Sunday, August 12, 2012

Ogni cosa è illuminata

It was like any other day. A little longer than most, perhaps. As I rose at 5:00 AM to drive 200 miles to work in Shreveport, I packed lightly and figured it would be a day filled with appointments into the evening, with the next day day to drive back slowly, no rush.

The drive to Shreveport was uneventful, save for an angry Texas pickup truck driver, somewhere around Marshall, who didn’t like that I was driving in the lane he wanted to come into from the ramp. I wasn’t passing and was in the right place. But he thought differently, waggled his middle finger as he roared around me in a flurry of smoke and rage. An apt farewell from Texas, I reckoned.


Once inside Louisiana, everything mellowed out. It was as it always is for me, as if I landed in another country. The salesman would meet me at the hotel I was slated to stay at. Peace.

At the hotel, one of those riverside casinos that dot Louisiana waterways, I noticed the smell of stale cigarettes and old concrete. A casino is a sad affair, even in the glitz of Vegas. Along the side waters of the Red River, this place screamed failed dreams. I worried what the room would be like.

My sales colleague picked me up and we hit the streets early. First stop, retail shop of a once-upon-a-time colleague from work. He had since been retired and headed back home, to buy the old store his family started several generations ago. The place had just been re-set, but the Italian section looked forlorn and abandoned. I offered to re-set it, thinking in the back of my head, if I could come up with some empty slots we might be able to get a sale or two. As it was, there was room for only one. But the set was missing a Brunello. So we liberated one more case from the warehouse to the general public.

Tony LaBarba 1915-2003
Several restaurant stops, no lunch, hitting it hard, we sold in every account. By all measures, it was shaping up to be a good day. I was hitting the balls well, even though we were going into the Notte di San Lorenzo, combined with the anniversary of the death of one of the most beloved wine guys in the business. So while I wasn’t remorseful, I was reflecting on the events on the ground, in the heavens and among those who are no longer with us. All of this with the Louisiana laissez les bon temps rouler effect hanging around to make the day all the more gratifying.

Last stop a retail shop, where we opened and tasted a dozen Italian wines in an open house setting. Folks came early enough (5-ish) and they hung around, tasted the wines, socialized and bought a fair amount of Italian wine. Not the mainstream stuff either. Shreveport is a town with an unusually high proportion of quality Italian restaurants. The folks seemed interested, even engaged. There is a little Sicilian contingency in town, so I felt more than welcome.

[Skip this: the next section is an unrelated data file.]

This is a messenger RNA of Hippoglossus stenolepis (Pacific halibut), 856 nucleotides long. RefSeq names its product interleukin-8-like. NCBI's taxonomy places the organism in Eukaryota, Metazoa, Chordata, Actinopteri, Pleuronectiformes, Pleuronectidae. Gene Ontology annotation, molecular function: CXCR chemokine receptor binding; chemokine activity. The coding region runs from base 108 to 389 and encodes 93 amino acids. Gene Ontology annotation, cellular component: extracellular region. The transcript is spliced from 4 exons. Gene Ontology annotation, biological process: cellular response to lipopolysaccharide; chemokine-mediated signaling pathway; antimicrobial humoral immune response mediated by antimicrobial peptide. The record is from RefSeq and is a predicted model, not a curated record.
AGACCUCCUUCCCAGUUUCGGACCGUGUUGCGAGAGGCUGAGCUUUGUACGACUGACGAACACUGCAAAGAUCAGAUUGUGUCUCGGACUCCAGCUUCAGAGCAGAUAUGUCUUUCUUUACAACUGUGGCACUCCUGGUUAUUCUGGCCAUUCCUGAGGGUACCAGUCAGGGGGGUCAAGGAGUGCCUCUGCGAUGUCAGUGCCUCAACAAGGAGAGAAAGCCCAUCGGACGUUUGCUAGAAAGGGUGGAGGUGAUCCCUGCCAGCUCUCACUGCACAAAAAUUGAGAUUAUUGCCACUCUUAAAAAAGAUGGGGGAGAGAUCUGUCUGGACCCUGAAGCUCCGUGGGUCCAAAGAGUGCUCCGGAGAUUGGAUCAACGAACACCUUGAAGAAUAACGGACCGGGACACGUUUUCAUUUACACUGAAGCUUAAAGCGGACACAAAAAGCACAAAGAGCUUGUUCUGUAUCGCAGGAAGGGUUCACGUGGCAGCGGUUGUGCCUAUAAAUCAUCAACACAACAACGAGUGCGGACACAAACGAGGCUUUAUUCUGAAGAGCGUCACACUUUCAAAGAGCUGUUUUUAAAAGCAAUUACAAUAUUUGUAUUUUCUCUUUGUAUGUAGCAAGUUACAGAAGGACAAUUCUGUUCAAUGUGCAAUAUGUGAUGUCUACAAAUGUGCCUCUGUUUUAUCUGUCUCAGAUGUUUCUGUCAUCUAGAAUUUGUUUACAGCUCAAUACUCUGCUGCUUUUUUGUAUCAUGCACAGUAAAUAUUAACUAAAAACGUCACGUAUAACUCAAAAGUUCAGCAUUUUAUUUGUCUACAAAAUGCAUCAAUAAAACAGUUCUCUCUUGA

As the last event came to an end, I opted not to stay in the hotel, and figured I’d drive home. It was still early (7:30), the skies looked clear, and I was neither hungry nor tired. So I went for it. Maybe I’d see some of the meteor showers along the way.

I was driving home, listening to the most wonderful music of Sarah Jarosz, who has a voice I fell in love with before she was born. Her devotion to the mandolin is also endearing. Within minutes of stepping over the border back into Texas, the emergency defense alarm interrupted my reverie and announced that everyone in the area noted should seek shelter. Not knowing exactly where that would be, but sensing I should get a move on it, I decided to push the car a little.

Here I was listening to wonderful music, thinking about Tony LaBarba, whose legacy was still alive nine years after his passing, and coming up to the August commemoration of the Perseid meteor showers. I was in a good place. And then all hell broke loose.

Texas, not known for subtlety and restraint, was aglow with lightening. One didn’t need car lights; there were so many electrostatic discharges that I at once felt exhilarated and nauseated. And I was heading straight into the path of whatever storm there was out there in the darklands. One thing for sure, it was shaping up to be a calamitous night.

Meanwhile 18 wheel trucks screamed by me at 90mph. They were sitting up higher and probably were on the radio to drivers ahead. So I got behind one of them and slipstreamed on his momentum for half an hour or so.

It wasn’t so much that I was uncertain as much as I was expecting, at any minute, something that would alter the course of the day, if not my life. It was that intense. And yet I couldn’t slow down or seek shelter. There was nowhere to hide. Everything was illuminated.

Finally after 150 miles (and 90 minutes) all that was left of the storm was in the rear view mirror. White knuckled and exhausted, I pulled into my home.

Once inside, I felt the need to open a bottle of wine to calm me and also to celebrate victory over a series of events that very well could have gone the other way. The first bottle I spied, on my table, was the Nino Negri Inferno. The classic label, just recently brought back to America after a several year hiatus from the market. I guffawed, spit out my laughter to the point that it shook the table and the wine bottle on it. That was it, it was destiny. After having survived an East Texas storm of Biblical proportions, I would celebrate with a bottle of Inferno.


*"Megghiu sudari chi trimari."


*"Better to sweat then to tremble."

written by Alfonso Cevola limited rights reserved On the Wine Trail in Italy
wine blog +  Italian wine blog + Italy + Tony LaBarba

1 comment:

jeg said...

Thanks for posting the photo, even glamorized, of the man.


JEG

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